On June 6, Sumire visited Seoul to play a game with Korea’s number two woman player, Oh Yujin 6P. The game was played at the Han Jongjin dojo, where Sumire was formerly a pupil. Playing time was 40 minutes each plus byo-yomi of 40 seconds x 3. Sumire took white; presumably there was a komi, but Go Weekly does not mention it. Inevitably Oh won, with Sumire resigning after 153 moves. In Japan, the game was broadcast on the Net. Like the game above, it was an unofficial game, so Sumire’s official professional record remains 0-1.

On June 30, Sumire was invited to attend a go event, the World Go Festival, organized by Takarazuka City in Hyogo Prefecture. She played yet another unofficial game, this time against Murakawa Daisuke, holder of the Judan title, before an audience of about 300 fans. Taking black, with no komi, Sumire played aggressively. She handled the early fighting fairly well, but fell behind on territory and resigned after 154 moves.

The two international games above show that there is a lot of interest in Sumire’s debut in China and Korea. The go media are making a great fuss over her, but is arranging games for her with top players whom she has little chance of beating really beneficial? It might be kinder to give her a year or two to secure her place in the professional go world in competition with her peers in the early rounds of the professional tournaments.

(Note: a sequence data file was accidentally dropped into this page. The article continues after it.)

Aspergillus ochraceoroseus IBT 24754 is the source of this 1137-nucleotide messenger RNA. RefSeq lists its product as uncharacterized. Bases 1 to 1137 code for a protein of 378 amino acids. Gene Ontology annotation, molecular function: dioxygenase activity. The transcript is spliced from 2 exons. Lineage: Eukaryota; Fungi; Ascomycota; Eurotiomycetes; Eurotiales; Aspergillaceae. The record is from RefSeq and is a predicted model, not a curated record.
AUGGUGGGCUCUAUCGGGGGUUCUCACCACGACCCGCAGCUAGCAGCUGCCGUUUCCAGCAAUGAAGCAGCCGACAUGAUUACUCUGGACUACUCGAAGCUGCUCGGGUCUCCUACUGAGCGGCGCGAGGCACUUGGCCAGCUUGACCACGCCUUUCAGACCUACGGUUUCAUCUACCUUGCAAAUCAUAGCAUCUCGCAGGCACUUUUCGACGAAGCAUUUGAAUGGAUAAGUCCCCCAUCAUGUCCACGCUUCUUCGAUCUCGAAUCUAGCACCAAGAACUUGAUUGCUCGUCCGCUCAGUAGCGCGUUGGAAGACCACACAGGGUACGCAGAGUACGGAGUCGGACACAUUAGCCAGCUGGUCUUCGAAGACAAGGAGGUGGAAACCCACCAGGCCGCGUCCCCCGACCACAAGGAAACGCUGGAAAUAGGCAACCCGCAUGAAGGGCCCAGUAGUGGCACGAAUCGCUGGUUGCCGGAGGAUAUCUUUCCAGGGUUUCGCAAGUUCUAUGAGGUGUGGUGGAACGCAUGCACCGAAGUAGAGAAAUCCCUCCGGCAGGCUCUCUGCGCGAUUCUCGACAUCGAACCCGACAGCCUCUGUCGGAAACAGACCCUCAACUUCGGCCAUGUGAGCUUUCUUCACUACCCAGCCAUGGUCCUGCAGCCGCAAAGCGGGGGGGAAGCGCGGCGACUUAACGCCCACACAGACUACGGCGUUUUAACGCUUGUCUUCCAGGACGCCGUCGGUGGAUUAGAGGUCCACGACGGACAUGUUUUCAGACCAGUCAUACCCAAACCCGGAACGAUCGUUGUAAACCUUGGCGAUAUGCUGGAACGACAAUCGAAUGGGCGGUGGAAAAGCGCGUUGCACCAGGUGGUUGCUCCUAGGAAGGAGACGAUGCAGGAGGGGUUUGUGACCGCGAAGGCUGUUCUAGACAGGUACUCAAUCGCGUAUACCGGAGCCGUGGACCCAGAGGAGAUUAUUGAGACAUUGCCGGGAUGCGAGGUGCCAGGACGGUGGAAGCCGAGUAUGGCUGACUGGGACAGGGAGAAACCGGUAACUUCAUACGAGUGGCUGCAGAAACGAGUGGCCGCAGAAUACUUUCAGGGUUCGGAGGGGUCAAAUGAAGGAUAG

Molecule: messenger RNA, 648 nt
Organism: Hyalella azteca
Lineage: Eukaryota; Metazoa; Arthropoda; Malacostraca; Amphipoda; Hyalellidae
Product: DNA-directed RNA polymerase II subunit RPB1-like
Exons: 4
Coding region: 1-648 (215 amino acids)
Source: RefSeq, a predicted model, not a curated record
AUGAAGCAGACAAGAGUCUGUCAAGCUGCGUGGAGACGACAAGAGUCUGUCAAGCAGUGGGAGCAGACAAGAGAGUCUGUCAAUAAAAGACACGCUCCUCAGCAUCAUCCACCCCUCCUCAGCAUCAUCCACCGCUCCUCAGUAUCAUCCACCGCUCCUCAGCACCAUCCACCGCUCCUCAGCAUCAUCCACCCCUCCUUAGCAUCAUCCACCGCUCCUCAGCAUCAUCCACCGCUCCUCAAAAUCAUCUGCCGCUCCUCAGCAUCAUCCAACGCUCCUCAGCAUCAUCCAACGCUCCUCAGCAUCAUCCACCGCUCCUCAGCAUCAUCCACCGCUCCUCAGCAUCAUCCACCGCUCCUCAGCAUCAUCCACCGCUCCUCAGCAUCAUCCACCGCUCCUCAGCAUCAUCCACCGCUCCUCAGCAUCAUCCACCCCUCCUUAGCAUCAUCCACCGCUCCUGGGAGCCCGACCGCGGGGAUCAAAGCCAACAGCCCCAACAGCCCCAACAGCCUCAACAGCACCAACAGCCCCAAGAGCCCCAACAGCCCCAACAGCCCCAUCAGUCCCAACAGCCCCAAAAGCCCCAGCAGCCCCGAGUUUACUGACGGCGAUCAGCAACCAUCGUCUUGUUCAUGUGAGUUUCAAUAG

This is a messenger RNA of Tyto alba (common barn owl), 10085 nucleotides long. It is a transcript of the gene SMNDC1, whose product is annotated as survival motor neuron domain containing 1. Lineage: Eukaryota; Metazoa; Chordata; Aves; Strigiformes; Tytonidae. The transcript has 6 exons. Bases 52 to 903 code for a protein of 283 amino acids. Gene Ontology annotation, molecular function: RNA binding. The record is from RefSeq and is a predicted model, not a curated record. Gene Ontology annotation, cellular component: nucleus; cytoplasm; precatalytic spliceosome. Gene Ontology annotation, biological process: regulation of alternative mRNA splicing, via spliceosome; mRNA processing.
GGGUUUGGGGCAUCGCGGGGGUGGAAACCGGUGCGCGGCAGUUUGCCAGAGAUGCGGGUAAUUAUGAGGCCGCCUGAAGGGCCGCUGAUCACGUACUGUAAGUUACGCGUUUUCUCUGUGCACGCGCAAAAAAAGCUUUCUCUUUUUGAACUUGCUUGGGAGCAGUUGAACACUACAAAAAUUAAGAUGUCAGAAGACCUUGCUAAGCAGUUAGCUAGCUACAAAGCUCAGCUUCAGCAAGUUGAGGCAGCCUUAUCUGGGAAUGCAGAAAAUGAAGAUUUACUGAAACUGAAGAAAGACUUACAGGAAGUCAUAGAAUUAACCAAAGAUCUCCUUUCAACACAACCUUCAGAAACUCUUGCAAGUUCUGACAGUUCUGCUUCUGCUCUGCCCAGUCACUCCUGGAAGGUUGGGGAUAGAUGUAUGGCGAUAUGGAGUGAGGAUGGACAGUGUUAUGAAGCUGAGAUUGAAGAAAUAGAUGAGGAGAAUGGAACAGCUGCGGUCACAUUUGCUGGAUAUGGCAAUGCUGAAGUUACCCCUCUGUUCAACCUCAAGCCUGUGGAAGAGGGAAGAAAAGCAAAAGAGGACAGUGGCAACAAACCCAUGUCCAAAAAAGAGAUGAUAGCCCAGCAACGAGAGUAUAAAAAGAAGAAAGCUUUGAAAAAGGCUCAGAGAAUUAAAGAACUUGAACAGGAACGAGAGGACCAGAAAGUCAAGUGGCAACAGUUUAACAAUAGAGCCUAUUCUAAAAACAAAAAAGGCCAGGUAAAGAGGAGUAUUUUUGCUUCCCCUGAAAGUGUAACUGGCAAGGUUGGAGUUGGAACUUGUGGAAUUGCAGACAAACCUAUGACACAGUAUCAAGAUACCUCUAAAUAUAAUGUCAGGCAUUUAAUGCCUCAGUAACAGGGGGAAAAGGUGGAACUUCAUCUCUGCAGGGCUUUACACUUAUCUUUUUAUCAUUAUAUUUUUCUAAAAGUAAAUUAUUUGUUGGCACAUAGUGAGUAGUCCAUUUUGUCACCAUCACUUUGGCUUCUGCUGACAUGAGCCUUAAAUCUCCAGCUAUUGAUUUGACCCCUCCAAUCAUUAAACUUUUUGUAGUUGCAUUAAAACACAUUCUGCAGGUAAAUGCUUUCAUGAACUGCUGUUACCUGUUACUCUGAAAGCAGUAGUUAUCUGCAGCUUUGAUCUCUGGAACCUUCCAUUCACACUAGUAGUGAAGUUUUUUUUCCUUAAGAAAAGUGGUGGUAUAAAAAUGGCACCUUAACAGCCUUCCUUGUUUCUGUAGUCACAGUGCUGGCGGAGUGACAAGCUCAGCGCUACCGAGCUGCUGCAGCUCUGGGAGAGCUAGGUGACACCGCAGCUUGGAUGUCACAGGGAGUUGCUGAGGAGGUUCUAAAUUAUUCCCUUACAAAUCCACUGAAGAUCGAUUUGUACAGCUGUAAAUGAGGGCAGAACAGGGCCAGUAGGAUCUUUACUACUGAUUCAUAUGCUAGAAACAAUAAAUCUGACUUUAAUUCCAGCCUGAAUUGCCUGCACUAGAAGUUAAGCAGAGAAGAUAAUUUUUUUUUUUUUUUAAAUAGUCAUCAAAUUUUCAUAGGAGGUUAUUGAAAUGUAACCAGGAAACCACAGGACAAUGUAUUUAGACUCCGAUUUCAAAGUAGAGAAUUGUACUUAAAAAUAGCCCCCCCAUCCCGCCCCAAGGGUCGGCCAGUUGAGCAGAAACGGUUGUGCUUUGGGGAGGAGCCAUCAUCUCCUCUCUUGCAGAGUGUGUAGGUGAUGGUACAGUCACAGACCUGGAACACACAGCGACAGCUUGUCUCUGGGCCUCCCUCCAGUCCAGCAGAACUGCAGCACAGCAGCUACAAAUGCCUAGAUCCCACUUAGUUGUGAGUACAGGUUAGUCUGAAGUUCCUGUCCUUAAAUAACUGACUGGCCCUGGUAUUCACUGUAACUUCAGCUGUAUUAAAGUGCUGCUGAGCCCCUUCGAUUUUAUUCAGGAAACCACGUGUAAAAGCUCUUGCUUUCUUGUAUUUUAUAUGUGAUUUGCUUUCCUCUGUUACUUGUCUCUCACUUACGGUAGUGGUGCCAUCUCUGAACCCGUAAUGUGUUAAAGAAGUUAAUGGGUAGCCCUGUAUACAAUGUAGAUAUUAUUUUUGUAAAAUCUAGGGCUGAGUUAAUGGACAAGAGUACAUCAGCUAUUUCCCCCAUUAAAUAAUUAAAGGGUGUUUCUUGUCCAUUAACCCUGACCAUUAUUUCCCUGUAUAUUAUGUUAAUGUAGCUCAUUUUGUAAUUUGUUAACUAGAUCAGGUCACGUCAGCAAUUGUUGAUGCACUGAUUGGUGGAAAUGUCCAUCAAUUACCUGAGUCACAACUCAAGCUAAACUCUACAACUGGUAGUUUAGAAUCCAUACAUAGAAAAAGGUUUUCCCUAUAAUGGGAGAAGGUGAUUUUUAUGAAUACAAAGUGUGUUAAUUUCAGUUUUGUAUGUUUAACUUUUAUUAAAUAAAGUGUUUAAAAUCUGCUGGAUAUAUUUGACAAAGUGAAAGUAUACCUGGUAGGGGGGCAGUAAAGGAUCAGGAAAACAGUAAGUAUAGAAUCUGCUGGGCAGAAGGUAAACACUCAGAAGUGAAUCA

Tomorrow: Ueno to challenge for Hollyhock Cup; Nakamura Sumire update; Korea wins 9th Huanglongshi; Fujisawa defends Hollyhock; Ueno tops Most Wins list; Mixed success for Japanese team in Chinese B League

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The Power Report: 24th LG Cup; Korea wins 9th Huanglongshi; Fujisawa defends Hollyhock; Ueno tops Most Wins list; Mixed success for Japanese team in Chinese B League;

Wednesday July 3, 2019

by John Power, Japan correspondent for the E-Journal

24th LG Cup: The first and second rounds of the 24th LG Cup were held in Gimpo City in Korea on May 27 and 29. As in the previous cup, China took five of the quarterfinal places and Korea the other three. Iyama Yuta survived the first round, but lost to Ke Jie of China in the second. Some of the results are given below.
Round 1 (May 27) Iyama (B) beat Li Xianhao 7P (China) by resig.; Zhao Chenyu 7P (China) (B) beat Cho U 9P (Japan) by resig.; Tao Xinran 7P (China) (B) beat Kyo Kagen (Xu Jiayuan) 8P (Japan) by resig.
Round 2 (May 29). Ke Jie 9P (China) (W) beat Iyama by resig.